'Rome says enough!'
Romans are not in the least amused by the city's degradation under the populist government's Star Movement. Citizens have naturally staged protests and sit-in demonstrations. Police have not confirmed an official number. The idea for demonstrations was sparked when a city bus caught fire last May, said Emma Amiconi, one of six organisers of "Roma Dice Basta," or Rome Says Enough." Citizens are exasperated with daily life," she said. Organizers blame Virginia Raggi, the first female mayor of Rome and the ruling Five Star representative. They argue that the movement lacks leadership experience to run a city as complex as Rome. "We hear daily lies from the mayor that everything is fine, that they are working on fixing the problems of previous city administrations. But the truth is that they have no experience," said Amiconi. Among the biggest problems is sporadic garbage collection that has encouraged rats, seagulls and even wild boars to feed on the festering mess. "Rome is in the worst condition I have ever seen in my life." according to a demonstrator, referring to the period of time the Five Star Movement has been in power. "This is the Eternal City, one of the most beautiful cities in the world, so we have to cure, to love the city. The city is not loved by this administration. This is hate."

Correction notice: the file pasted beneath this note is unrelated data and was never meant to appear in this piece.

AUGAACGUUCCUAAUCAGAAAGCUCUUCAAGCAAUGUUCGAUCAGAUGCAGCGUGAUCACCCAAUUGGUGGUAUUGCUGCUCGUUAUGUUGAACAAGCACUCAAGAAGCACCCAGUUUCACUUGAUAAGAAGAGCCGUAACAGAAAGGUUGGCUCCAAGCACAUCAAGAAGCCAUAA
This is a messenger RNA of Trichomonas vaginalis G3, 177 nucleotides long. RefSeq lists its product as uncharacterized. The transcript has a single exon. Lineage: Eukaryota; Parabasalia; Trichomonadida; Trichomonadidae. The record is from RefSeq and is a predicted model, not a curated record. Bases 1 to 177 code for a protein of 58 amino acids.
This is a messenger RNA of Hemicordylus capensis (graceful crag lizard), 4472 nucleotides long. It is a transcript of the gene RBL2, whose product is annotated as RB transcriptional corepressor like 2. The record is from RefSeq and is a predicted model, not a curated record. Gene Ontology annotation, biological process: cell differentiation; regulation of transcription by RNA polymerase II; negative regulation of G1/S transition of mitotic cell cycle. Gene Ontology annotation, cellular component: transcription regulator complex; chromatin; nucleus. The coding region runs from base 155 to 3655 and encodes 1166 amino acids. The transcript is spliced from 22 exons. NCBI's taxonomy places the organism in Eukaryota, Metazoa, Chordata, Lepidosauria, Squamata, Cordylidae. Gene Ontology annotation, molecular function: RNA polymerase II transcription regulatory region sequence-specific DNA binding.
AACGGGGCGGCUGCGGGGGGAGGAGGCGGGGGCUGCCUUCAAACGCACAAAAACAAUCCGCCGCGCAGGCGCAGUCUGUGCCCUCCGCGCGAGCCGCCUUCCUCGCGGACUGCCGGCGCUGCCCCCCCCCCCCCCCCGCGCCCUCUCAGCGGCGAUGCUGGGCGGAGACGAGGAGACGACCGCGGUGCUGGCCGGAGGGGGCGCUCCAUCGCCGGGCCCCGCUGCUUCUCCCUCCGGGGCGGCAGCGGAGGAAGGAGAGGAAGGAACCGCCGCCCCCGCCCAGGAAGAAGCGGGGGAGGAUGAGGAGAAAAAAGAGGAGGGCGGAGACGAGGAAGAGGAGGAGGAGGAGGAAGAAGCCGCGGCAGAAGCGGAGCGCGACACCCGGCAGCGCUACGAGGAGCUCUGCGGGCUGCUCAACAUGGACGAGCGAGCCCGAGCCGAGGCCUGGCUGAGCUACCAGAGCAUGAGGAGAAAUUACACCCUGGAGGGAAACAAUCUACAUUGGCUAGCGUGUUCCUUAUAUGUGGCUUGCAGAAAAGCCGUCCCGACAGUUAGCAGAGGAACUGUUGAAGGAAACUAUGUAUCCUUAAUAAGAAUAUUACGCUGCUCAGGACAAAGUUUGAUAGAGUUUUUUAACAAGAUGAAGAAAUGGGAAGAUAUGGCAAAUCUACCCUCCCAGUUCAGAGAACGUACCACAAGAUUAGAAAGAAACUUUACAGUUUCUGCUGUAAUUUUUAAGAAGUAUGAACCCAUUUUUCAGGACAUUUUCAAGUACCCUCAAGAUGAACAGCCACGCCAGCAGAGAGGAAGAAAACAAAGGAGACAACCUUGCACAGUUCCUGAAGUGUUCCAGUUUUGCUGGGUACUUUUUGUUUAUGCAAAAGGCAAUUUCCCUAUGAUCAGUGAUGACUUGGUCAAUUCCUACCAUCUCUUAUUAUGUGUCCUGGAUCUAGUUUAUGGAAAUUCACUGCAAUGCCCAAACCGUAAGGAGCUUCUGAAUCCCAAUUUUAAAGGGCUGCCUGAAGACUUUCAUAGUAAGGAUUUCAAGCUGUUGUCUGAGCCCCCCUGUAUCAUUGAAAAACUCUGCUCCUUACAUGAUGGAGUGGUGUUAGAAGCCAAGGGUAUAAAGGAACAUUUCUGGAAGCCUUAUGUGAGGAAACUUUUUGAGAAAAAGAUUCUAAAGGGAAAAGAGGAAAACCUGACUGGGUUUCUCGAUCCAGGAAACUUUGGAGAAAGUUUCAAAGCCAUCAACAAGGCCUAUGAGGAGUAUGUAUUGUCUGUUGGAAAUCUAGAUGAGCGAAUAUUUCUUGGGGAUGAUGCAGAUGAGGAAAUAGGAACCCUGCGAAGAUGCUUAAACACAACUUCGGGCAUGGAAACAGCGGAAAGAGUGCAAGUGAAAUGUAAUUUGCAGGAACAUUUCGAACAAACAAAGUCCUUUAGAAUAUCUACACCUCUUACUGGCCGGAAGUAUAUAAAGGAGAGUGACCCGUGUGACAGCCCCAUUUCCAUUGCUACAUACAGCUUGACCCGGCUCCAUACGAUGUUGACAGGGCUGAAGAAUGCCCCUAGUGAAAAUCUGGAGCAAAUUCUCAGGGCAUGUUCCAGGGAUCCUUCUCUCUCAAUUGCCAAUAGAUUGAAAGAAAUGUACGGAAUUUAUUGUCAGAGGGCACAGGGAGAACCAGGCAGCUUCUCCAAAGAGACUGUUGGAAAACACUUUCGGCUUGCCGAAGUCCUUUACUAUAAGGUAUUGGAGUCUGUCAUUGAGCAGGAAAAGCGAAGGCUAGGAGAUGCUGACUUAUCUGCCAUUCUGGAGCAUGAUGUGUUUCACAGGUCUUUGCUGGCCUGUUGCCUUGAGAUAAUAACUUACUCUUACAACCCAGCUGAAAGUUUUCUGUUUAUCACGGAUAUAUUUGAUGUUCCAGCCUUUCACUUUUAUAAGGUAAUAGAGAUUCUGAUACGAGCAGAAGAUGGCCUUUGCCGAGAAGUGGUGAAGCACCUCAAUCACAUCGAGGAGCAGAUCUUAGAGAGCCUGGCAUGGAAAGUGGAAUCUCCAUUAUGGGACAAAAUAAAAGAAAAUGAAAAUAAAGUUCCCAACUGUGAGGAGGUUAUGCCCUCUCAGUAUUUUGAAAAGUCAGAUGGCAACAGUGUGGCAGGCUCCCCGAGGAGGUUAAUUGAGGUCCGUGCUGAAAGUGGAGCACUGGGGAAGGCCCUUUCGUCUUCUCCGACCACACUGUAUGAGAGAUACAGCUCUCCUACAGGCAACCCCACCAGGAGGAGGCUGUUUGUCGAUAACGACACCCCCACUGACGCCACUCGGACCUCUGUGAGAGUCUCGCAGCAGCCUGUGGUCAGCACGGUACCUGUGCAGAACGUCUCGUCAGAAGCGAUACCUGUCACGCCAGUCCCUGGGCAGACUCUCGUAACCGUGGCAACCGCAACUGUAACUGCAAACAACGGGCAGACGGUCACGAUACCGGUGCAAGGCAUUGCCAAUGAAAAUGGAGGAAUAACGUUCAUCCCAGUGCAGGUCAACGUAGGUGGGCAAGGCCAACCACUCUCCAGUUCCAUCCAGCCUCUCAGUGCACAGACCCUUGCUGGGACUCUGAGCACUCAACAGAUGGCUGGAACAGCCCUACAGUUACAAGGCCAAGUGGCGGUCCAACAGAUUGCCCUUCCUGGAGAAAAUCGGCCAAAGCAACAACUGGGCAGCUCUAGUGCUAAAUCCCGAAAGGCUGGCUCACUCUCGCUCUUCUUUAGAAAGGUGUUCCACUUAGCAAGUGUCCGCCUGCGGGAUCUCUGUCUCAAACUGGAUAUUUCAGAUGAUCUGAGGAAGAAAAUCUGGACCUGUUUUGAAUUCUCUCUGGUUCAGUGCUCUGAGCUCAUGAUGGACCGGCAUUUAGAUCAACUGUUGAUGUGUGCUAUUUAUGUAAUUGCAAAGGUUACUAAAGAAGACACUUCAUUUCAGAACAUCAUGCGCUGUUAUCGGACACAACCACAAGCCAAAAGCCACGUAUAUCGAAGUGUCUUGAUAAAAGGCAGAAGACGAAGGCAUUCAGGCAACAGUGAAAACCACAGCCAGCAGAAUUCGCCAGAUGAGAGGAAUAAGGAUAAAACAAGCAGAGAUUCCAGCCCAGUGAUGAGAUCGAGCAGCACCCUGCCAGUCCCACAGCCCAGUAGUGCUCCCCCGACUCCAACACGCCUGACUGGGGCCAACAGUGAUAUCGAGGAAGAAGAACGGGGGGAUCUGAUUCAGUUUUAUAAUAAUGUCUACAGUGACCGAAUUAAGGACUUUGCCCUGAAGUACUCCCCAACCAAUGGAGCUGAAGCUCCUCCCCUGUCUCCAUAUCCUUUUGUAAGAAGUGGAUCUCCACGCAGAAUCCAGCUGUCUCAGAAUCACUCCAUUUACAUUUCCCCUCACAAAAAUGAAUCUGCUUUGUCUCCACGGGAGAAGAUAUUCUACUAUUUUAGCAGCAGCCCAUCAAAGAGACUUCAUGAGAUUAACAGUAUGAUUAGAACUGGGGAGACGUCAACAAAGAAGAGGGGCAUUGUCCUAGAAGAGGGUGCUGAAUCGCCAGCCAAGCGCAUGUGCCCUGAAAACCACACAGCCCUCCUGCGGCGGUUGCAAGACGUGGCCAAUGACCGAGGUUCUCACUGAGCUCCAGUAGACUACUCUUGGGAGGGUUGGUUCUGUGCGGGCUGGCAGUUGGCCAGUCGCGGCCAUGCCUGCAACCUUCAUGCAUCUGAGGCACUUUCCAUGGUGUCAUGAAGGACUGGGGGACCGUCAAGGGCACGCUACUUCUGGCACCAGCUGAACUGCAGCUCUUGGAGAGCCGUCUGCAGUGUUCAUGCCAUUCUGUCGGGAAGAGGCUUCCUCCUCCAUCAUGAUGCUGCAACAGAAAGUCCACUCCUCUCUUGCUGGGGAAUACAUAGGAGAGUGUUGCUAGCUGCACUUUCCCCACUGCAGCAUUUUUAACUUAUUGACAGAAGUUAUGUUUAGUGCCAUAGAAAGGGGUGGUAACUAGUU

Public transportation also poses a major problem. Some 42 per cent of the city's buses and trams are out of service because of maintenance needs or age, says the association Mobilitiamo Roma, which has organised a referendum on privatising the public transportation company. These problems lead to a lack of service, long waits at bus stops and frequent strikes by angry drivers who are also fed up with the administration. But serious issues exist with infrastructure, as well. Last week, 24 Russian soccer fans in Rome for a match were injured when an escalator down into a central subway station rapidly sped up and then collapsed. Rome's Public Prosecutor's Office is investigating the incident. A representative from ATAC, Rome's public transport company, said that "all maintenance checks in the escalator were carried out regularly and the results were in accordance with the norms." Roads with potholes have been fatal, especially when rainwater collects on the streets because the storm sewers have not been cleaned. Last summer, after a young woman died due to a pothole, a citizen group started painting fluorescent green and yellow circles around deep holes to warn drivers. "Rome does not belong to the Romans, but to all of humanity," Amiconi said."We must take care of it."